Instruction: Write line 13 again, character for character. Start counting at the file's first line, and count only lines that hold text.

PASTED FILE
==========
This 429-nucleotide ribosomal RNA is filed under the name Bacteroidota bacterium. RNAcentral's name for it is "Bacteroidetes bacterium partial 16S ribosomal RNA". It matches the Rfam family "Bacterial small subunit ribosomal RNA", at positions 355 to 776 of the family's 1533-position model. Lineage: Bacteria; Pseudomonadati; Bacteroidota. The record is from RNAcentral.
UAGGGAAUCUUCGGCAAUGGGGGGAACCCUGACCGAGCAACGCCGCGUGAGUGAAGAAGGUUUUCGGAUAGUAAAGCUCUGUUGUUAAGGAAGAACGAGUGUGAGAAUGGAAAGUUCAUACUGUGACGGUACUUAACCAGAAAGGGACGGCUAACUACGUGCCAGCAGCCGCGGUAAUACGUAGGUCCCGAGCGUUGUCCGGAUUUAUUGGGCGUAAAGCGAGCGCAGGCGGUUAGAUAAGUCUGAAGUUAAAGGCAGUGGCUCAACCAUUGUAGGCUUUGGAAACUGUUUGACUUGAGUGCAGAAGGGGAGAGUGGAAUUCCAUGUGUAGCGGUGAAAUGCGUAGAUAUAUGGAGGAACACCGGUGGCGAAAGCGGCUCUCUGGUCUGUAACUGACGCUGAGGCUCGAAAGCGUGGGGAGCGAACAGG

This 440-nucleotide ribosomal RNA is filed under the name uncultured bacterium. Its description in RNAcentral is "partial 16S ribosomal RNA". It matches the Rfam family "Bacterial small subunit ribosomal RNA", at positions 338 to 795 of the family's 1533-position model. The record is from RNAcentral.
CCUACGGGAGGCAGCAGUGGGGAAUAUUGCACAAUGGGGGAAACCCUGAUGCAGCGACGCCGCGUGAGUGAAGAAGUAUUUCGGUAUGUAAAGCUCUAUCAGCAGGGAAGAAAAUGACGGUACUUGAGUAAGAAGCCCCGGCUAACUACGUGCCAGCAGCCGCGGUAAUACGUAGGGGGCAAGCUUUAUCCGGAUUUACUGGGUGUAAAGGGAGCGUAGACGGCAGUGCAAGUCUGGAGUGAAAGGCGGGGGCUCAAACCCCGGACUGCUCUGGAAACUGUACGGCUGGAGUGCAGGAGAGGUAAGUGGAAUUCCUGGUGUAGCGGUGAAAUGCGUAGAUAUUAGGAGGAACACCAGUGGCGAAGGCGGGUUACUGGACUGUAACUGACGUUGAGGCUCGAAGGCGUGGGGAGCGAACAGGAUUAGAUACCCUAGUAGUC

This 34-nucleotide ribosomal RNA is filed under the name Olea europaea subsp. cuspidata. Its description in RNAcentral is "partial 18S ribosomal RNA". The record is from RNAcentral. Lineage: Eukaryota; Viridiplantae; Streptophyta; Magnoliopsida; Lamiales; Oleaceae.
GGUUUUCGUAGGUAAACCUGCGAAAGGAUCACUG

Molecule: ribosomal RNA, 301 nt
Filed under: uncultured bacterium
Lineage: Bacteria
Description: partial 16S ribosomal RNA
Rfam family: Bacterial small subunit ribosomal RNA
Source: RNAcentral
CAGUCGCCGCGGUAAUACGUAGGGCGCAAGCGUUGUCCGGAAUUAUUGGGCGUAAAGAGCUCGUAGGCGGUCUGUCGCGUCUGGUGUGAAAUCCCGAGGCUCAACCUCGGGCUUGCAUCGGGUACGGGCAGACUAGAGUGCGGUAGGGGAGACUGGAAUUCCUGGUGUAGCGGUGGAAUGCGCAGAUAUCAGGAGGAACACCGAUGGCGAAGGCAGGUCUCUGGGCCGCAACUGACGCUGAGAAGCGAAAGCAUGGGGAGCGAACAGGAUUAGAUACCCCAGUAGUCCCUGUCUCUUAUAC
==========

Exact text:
CAGUCGCCGCGGUAAUACGUAGGGCGCAAGCGUUGUCCGGAAUUAUUGGGCGUAAAGAGCUCGUAGGCGGUCUGUCGCGUCUGGUGUGAAAUCCCGAGGCUCAACCUCGGGCUUGCAUCGGGUACGGGCAGACUAGAGUGCGGUAGGGGAGACUGGAAUUCCUGGUGUAGCGGUGGAAUGCGCAGAUAUCAGGAGGAACACCGAUGGCGAAGGCAGGUCUCUGGGCCGCAACUGACGCUGAGAAGCGAAAGCAUGGGGAGCGAACAGGAUUAGAUACCCCAGUAGUCCCUGUCUCUUAUAC